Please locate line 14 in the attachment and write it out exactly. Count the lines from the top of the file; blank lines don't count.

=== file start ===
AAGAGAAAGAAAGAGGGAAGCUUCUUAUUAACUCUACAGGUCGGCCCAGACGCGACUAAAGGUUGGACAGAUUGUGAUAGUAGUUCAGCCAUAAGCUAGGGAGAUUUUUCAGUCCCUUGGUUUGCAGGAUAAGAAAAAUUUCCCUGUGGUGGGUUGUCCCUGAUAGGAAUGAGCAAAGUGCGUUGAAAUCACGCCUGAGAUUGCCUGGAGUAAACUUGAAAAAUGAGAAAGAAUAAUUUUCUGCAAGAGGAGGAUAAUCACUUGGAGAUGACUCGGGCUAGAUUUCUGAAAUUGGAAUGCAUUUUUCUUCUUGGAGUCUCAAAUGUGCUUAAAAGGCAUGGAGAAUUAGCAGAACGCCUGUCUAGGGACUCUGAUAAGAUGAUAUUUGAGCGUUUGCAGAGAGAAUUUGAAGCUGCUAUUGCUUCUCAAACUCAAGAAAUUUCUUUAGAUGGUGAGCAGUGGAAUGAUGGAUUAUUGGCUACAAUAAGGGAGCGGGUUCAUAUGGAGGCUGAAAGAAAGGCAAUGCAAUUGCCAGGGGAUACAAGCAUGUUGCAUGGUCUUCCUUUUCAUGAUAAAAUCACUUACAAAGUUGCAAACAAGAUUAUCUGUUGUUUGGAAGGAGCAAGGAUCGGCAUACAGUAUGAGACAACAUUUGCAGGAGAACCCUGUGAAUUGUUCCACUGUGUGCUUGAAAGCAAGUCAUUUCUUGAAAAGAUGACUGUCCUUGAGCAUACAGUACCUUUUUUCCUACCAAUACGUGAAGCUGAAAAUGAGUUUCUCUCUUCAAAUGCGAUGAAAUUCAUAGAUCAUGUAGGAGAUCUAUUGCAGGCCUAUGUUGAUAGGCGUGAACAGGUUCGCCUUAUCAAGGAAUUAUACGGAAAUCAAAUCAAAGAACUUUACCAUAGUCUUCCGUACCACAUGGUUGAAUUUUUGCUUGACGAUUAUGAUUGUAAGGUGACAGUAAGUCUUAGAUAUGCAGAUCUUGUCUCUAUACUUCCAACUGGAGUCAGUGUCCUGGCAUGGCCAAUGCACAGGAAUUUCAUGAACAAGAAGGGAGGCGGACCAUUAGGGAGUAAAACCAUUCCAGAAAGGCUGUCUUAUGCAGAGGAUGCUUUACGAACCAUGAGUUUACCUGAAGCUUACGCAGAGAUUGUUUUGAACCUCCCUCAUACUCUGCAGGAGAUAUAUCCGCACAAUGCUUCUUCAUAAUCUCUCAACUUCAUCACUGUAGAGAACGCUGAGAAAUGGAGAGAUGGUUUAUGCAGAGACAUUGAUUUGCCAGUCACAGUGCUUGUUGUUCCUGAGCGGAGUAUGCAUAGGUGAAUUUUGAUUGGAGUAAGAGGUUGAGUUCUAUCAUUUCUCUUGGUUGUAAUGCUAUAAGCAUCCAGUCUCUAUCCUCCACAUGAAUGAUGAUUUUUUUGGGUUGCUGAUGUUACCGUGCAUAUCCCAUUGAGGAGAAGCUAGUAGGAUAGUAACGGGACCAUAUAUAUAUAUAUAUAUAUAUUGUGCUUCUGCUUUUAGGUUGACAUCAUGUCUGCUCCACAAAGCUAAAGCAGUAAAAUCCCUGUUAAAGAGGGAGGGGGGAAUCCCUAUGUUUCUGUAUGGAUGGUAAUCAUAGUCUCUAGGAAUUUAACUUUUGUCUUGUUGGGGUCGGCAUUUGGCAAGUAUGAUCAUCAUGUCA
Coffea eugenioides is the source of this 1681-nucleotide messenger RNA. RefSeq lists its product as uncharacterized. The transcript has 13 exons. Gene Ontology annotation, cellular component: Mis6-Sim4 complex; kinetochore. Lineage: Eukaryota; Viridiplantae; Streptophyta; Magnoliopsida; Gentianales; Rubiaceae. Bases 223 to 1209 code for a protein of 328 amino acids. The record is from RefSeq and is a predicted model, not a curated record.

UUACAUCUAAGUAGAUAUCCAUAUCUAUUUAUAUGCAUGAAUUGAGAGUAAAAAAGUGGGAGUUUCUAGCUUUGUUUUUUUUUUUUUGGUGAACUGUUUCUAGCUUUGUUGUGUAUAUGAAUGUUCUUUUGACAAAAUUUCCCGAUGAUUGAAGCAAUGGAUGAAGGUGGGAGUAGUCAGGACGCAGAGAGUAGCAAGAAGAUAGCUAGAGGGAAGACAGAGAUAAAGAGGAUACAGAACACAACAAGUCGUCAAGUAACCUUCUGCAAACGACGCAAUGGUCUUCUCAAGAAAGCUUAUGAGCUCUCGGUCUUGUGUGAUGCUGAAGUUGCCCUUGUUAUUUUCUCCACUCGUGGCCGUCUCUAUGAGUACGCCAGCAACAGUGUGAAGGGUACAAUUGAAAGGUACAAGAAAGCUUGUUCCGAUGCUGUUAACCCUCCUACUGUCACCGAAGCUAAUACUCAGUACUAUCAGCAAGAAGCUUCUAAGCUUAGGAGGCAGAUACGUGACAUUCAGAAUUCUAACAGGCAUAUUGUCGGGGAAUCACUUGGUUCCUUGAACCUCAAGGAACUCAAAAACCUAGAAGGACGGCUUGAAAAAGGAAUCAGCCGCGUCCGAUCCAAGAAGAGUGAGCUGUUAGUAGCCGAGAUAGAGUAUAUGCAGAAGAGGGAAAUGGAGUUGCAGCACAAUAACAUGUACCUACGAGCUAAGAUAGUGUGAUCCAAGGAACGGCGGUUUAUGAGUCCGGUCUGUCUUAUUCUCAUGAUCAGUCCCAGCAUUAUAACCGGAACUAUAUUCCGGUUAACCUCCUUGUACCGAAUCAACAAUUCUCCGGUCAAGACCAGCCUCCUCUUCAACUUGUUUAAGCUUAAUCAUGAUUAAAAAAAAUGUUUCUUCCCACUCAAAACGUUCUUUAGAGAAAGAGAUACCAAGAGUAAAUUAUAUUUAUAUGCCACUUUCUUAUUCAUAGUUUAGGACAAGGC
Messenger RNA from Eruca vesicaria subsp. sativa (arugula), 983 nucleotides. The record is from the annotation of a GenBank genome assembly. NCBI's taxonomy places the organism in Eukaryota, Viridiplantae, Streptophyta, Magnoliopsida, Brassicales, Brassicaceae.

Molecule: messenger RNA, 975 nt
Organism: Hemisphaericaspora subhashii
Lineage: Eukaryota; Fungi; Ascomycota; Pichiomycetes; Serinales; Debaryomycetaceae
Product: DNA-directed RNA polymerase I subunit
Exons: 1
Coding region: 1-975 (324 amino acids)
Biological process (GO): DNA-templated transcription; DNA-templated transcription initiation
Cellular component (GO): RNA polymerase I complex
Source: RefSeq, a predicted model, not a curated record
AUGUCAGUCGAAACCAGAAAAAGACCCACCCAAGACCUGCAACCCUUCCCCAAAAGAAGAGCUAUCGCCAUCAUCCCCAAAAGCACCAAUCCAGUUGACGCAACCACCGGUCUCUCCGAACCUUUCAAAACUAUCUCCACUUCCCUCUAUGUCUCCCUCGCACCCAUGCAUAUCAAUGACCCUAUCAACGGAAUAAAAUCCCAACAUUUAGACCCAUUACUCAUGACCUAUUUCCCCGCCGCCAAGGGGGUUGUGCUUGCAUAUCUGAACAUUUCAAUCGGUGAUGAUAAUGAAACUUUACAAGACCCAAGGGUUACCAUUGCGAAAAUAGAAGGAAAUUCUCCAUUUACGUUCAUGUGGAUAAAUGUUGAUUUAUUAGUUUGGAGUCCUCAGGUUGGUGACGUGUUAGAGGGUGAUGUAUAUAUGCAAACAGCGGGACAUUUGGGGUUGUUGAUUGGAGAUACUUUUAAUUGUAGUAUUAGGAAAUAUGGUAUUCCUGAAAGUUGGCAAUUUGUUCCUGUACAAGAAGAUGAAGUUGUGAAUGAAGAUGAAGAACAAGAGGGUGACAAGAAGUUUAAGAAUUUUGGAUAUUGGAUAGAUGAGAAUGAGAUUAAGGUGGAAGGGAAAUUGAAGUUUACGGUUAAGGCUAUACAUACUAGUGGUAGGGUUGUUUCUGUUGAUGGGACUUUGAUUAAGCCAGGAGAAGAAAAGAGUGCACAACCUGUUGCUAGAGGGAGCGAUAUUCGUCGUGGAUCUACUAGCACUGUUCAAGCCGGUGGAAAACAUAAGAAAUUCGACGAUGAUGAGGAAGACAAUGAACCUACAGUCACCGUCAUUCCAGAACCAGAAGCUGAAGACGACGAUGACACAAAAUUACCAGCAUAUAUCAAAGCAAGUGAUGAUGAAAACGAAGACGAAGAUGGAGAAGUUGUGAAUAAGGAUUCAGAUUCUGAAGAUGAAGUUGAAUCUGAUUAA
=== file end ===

AUGUCAGUCGAAACCAGAAAAAGACCCACCCAAGACCUGCAACCCUUCCCCAAAAGAAGAGCUAUCGCCAUCAUCCCCAAAAGCACCAAUCCAGUUGACGCAACCACCGGUCUCUCCGAACCUUUCAAAACUAUCUCCACUUCCCUCUAUGUCUCCCUCGCACCCAUGCAUAUCAAUGACCCUAUCAACGGAAUAAAAUCCCAACAUUUAGACCCAUUACUCAUGACCUAUUUCCCCGCCGCCAAGGGGGUUGUGCUUGCAUAUCUGAACAUUUCAAUCGGUGAUGAUAAUGAAACUUUACAAGACCCAAGGGUUACCAUUGCGAAAAUAGAAGGAAAUUCUCCAUUUACGUUCAUGUGGAUAAAUGUUGAUUUAUUAGUUUGGAGUCCUCAGGUUGGUGACGUGUUAGAGGGUGAUGUAUAUAUGCAAACAGCGGGACAUUUGGGGUUGUUGAUUGGAGAUACUUUUAAUUGUAGUAUUAGGAAAUAUGGUAUUCCUGAAAGUUGGCAAUUUGUUCCUGUACAAGAAGAUGAAGUUGUGAAUGAAGAUGAAGAACAAGAGGGUGACAAGAAGUUUAAGAAUUUUGGAUAUUGGAUAGAUGAGAAUGAGAUUAAGGUGGAAGGGAAAUUGAAGUUUACGGUUAAGGCUAUACAUACUAGUGGUAGGGUUGUUUCUGUUGAUGGGACUUUGAUUAAGCCAGGAGAAGAAAAGAGUGCACAACCUGUUGCUAGAGGGAGCGAUAUUCGUCGUGGAUCUACUAGCACUGUUCAAGCCGGUGGAAAACAUAAGAAAUUCGACGAUGAUGAGGAAGACAAUGAACCUACAGUCACCGUCAUUCCAGAACCAGAAGCUGAAGACGACGAUGACACAAAAUUACCAGCAUAUAUCAAAGCAAGUGAUGAUGAAAACGAAGACGAAGAUGGAGAAGUUGUGAAUAAGGAUUCAGAUUCUGAAGAUGAAGUUGAAUCUGAUUAA